Coach G's Thanksgiving tradition

ATHENS – Today around lunch time, as most of Georgia's players are racing home after a morning practice, more than two dozen Bulldogs will make the short trip to Rodney Garner's house for an 18-year-old Thanksgiving tradition.

"It's something we started doing when I was at Auburn," Garner said. "We always played the Alabama-Auburn game that weekend (when Garner was a player), and one thing I always hated doing was eating in the dining hall for Thanksgiving," he said. "I thought it was the worst thing in the world. So, when I started coaching and some of the players had to be there, my mom and my aunt started a tradition of cooking Thanksgiving dinner."

Now Garner's wife Kim and her family chip in on a dinner that last year hosted 60 people. Between 30 and 35 of those are players, most of him live too far away to make it home for Thanksgiving and back in time for Friday's morning's practice.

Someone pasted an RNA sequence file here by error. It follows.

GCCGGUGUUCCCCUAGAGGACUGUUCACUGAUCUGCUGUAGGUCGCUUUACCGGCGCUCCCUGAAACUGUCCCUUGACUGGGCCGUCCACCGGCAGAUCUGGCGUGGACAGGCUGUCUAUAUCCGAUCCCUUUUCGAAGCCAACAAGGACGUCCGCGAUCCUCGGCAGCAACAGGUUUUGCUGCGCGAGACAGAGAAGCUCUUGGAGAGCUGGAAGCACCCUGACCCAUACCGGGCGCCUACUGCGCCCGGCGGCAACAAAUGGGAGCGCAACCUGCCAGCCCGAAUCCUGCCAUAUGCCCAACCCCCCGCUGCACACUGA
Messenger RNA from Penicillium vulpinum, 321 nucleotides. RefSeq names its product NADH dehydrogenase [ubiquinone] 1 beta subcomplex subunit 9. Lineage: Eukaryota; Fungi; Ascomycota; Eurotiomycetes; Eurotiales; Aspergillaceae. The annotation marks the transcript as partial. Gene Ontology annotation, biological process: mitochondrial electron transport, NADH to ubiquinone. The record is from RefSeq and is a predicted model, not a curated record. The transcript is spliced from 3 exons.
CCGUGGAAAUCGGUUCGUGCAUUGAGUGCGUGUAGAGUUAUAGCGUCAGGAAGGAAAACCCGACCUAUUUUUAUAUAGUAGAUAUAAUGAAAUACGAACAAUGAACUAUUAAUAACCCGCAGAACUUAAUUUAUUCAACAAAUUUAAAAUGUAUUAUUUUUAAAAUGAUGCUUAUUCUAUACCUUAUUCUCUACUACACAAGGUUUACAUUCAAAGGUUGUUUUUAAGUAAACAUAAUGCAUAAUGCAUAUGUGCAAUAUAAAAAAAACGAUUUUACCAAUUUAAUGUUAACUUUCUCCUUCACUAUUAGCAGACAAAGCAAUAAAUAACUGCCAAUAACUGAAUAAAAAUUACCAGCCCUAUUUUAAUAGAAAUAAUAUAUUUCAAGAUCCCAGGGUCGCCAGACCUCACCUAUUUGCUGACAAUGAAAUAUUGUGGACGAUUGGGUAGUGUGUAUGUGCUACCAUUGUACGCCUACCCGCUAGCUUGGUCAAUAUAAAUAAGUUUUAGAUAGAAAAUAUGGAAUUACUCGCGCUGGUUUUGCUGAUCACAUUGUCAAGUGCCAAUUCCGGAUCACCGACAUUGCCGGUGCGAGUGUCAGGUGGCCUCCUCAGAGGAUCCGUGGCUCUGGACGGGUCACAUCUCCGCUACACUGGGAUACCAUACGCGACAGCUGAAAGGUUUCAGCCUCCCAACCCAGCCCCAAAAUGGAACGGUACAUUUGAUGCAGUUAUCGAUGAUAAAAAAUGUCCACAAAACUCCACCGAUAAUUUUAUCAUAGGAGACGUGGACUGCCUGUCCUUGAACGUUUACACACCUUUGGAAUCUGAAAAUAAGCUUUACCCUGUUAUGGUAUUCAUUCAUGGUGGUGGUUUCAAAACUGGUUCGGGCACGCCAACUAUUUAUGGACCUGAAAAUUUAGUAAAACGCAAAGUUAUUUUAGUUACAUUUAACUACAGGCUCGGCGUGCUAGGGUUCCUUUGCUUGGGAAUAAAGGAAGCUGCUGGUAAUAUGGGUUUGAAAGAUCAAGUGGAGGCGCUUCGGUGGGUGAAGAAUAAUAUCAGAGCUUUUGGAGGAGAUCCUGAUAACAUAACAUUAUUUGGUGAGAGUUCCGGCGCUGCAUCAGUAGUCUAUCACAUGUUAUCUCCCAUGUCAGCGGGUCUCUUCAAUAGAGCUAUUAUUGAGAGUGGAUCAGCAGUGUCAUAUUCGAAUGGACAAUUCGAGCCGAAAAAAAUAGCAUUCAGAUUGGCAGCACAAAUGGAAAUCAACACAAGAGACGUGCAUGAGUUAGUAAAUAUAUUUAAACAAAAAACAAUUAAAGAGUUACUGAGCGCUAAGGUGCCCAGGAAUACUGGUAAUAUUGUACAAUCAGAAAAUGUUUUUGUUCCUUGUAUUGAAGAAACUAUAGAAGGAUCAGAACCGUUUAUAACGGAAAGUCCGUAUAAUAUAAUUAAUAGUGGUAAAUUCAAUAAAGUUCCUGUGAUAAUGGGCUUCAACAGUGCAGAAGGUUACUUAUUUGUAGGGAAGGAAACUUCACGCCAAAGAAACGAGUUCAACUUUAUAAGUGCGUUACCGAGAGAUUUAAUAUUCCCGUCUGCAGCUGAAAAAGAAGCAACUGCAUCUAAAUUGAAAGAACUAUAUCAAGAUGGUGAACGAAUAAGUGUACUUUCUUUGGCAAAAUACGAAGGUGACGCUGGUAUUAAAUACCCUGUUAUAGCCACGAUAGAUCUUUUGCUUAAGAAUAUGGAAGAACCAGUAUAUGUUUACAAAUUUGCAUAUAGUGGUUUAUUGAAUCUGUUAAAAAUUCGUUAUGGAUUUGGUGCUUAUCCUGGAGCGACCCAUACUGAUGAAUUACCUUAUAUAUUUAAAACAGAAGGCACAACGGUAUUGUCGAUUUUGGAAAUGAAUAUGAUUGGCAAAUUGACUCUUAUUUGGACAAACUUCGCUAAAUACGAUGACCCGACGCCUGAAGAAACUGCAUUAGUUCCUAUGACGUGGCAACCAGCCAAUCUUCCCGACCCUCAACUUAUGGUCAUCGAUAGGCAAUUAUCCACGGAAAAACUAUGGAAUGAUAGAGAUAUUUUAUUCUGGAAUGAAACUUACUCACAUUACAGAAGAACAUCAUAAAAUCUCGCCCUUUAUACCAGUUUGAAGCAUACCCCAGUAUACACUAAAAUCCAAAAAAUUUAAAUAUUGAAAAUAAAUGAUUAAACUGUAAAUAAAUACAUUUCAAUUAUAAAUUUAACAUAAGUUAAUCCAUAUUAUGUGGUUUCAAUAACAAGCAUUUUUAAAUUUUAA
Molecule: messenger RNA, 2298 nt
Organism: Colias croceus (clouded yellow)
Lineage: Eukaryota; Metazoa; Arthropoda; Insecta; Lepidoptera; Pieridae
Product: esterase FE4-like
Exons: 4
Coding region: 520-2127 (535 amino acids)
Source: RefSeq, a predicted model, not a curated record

"They have a good time," Garner said. "They enjoy the fellowship. It's a home-cooked meal. We'll bless the food and just have a good time, hang out."

The Garners fix all the traditional holiday foods, and Garner even provides chitlins, pig intestines which usually are boiled and then fried. This year he bought 10 gallons, he said, which may prove to be too many since offensive lineman Chester Adams, the biggest chitlin fan on the team literally and figuratively, is not attending this year.

"The only rule is, when they leave, all chitlins must leave my house," Garner said. "I am from the country, but I do not eat chitlins. When they leave, every chitlin must go with them."

Head coach Mark Richt instructed each of his position coaches to ask the players they coach individually where they are spending Thanksgiving and to find them a spot if they don't have one.

"Some guys if they don't have a place, they're not going to say it," Richt said. "We're going to make sure they are either with a teammate or with somebody."

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